Shutter priority is the best...

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One last q. Do you thing aperture is irrelevant of the accuracy of the map? Is it proper for aperture to change throughout the mission?

Speaking from great experience, if you're going to change anything DURING a mapping mission, aperture is the thing to change. On partly cloudy days it's not unusual for the aperture to open and close quite often. This hasn't had any negative effect on orthophotography, photogrammetry, or mosaics.




In my last mission the best photos were taken at ISO100 f1/2.8 and shutter 1/2000 on a fully sunny day.

Yep. If I were shooting in static lighting conditions, that's probably where I would shoot. But remember, you're not just dealing with light, you're also dealing with REFLECTIVE light. As I'm sure you're aware, some surfaces reflect light better than others. My goal is to not blow out the whites or crush the blacks. The P4P has enough dynamic range that an EV value of 0.0 facilitates that objective.



Map Pilot 4.1.8 kept the initial settings of the mission.

Worth noting here, different versions of MP behave VASTLY differently. After enduring the erroneous behavior of the 3.x.x versions, I simply went back to v2.9.2. I BUILD my missions in v4.1.8, but a FLY my missions in v2.9.2. Last gig I DID fly a test mission with v4.1.8 and it APPEARS that the developers at MP MAY have finally fixed all the camera bugs. They have relinquished full camera control to the user. I believe one can even change ISO on the fly. THAT SAID, when I tried to change camera settings in the middle of a mission, I got error messages more than half the time. So...back to v2.9.2 it is.



Previous versions had problem keeping the camera settings as set initially. The app was doing its thing and changed ISO,aperture,shutter speed **** it was very annoying.

Yep...beyond annoying. It flat out pissed me off.





Also the camera settings can change while in flight with the right clickwheel of the controller. See here but it is not optimal (see comments).

When I map, my controller is usually about 9' in the air. So using the app is the best way for me.

DSC03133.JPG


D
 
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@Harleydude, That’s a sweet setup! May I ask about your setup for charging? I’ve got a 12V battery with a DJI car charger adapter, which will bring a flight battery to about 80%, and a li-po car battery jumper (“Trekpow” brand) which can charge one battery. It they take about 2 hours to charge (usually longer). This can make it difficult for keeping up with the demand.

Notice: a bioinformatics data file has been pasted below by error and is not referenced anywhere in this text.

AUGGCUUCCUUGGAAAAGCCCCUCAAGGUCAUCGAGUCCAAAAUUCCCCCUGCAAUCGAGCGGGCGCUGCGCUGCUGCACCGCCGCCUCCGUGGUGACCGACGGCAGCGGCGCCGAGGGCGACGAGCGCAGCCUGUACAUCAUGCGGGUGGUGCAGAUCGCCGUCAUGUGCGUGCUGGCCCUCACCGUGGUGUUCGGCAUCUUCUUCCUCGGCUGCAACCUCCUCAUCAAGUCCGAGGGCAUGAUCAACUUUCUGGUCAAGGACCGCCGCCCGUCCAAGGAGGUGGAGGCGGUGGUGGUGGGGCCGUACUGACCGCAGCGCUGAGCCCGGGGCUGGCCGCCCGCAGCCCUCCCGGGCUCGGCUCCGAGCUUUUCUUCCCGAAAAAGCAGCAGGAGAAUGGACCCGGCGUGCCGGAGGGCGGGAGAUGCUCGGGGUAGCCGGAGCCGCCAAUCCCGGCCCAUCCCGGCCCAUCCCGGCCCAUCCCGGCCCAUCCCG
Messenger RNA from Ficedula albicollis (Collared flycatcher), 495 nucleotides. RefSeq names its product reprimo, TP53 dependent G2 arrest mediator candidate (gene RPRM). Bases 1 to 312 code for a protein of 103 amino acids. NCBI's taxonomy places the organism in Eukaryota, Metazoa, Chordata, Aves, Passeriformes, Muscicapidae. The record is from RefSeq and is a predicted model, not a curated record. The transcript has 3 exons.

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@Harleydude, That’s a sweet setup! May I ask about your setup for charging? I’ve got a 12V battery with a DJI car charger adapter, which will bring a flight battery to about 80%, and a li-po car battery jumper (“Trekpow” brand) which can charge one battery. It they take about 2 hours to charge (usually longer). This can make it difficult for keeping up with the demand.

Well...in the above photo we were using my business partner's truck. He has a 3,000 watt DC/AC converter. So we just plug normal high-speed chargers into it. When I'm flying on my own, I use a charger I built.

1589685871117.png


Each one of those step-up converters is rated @ 900 watts. To put this into perspective, I normally charge the batteries at 100 watts if I have all the time in the world. If I'm in a hurry (and I usually am), I charge them @ 180 watts. Because I can change out the pigtails and adjust the output voltage, I can charge Mavic batteries, Phantom batteries or Inspire 1 batteries in any combination. If you look in the upper-right corner of the charger base, you can see voltage settings for the different batteries I use. I can usually charge 2 or 3 batteries before I have to start my Civic so the car battery doesn't die.

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Nice! That is impressive! I like the cleanliness, flexibility and efficiency of the design. Looks very easy to implement and save time in the field. Well done.
 
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I just remembered that mechanical shutter works with speeds up to 1/2000 DJI Phantom 4 Pro – Specs, Tutorials & Guides – DJI
So is it a good thing to go more than 1/2000 if the shutter works as rolling instead of mechanical? I guess no.
Just a thought..

Interesting. I can only guess that past 1/2000 shutter, "rolling shutter" is no longer an issue. That said, if it's a very consistently sunny day, I WILL use ISO 100. At that ISO, 1/2000 should work extremely well. The aperture should compensate for exposure.

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